Four things all Black men should know

In the UK, 1 in 4 Black men will be diagnosed with prostate cancer at some point in their life. That’s double the risk for the general male population.

We’ve always known that Black men were at a higher risk of getting prostate cancer but by looking carefully at all the current evidence, we’ve been able to pin down the lifetime risk to 1 in 4. And we want all Black men to know about it.

One of the things we’re trying to do is raise awareness of prostate disease in the Black community in the UK and support Britain’s two million strong African and African Caribbean population in recognising both the threat to their prostate health and being proactive in seeking out advice and support.

Here are four things all Black men should know:

1. Black men have a higher risk of getting prostate cancer

We know there is an increased risk for Black men but we don’t know why and we don’t yet know exactly what we can do to improve Black men’s experience of diagnosis and treatment.

If you’re a Black man, do something to help yourself - know  your risk, where your prostate is, possible symptoms of a prostate problem – and what you can do if you’re worried.

“It’s your life and the message is know your risk and know your responsibility. It’s about taking charge of your own health,” says Cordwell Thomas who heads Prostate Cancer UK’s partnership work with Britain’s African and African Caribbean communities. “As a Black man, you’re already in a high risk group, so the worst thing to do is to ignore the risk. Confront it, speak to your wife, partner or friends about it, and consult your GP over whether a test is advisable in your case. Even when you have no actual symptoms, you are entitled to a test if you are over 50 and have spoken to your GP”

2. Prostate cancer isn’t a death sentence

It’s natural to hear the word cancer and think ‘that’s it.’ But most prostate cancer grows slowly to start with and may never cause any problems. Some men will have prostate cancer that is more aggressive and needs treatment straight away.

But the good news is that there are treatments to prevent or delay it spreading outside the prostate gland.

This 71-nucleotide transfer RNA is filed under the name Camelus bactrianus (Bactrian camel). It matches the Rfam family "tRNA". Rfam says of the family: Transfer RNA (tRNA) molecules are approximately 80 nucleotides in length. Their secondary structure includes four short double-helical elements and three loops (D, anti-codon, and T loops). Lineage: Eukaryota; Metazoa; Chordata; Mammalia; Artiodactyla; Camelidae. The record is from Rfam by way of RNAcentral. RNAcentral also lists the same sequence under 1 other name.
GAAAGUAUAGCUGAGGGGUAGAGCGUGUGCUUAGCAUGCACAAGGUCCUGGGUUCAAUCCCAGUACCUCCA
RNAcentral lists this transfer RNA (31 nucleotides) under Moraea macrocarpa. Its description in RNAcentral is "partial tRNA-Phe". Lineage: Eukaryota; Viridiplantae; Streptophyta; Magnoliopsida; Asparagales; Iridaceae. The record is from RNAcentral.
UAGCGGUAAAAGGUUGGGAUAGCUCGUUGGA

Prostate cancer is something that many men can live with.

3. ”A rectal examination isn’t great – but you can live with it.”

One of the possible tests for a prostate problem is something called a digital rectal examination (DRE). This is where the doctor feels your prostate through your back passage. They’re feeling for any hard or irregular areas and to check if it is enlarged. The DRE helps the doctor or nurse get the best idea about whether you have a problem that needs treating.

Men who have had the DRE say that it’s not that bad and doesn’t take long. 

Ally was diagnosed with prostate cancer in 2010 and had a DRE at his GP surgery. He says, “when I had the DRE I thought - for a few seconds of discomfort I can live with it. It is something that I always say to guys - yeah, it is uncomfortable and it is not brilliant but if it is going to save your life, for a few seconds, deal with it. Don’t die of embarrassment.”

4. We’re here for you

If you’ve got any concerns about your prostate or prostate cancer – or just want to find out more – you can call or email our Specialist Nurses in confidence. Or, read our leaflet for African and African Caribbean men.

Or find out what we’re doing in Black communities in the UK and how you can get involved

Denton’s story

Denton Wilson was diagnosed with prostate cancer at 42

“I had no symptoms at all when I was diagnosed with prostate cancer. I had recently lost my father to the disease and that spurred me on to visit the doctor, as I knew the family connection meant I was more likely to develop the disease. I received treatment and have been living with prostate cancer for the last twelve years. My father’s death gave me life and now I use my time to raise awareness. It’s not always easy for men to talk about their health, especially in my community, so I give talks and hold information stands to get the message out there.”

Read this next:

A shocking new figure released in Black History Month by the health charity Prostate Cancer UK reveals that one in every four Black men in the UK will be diagnosed with prostate cancer at some point in his lifetime*. That’s double the overall 1-in-8 cradle-to-grave risk faced by all men in the UK. Read more

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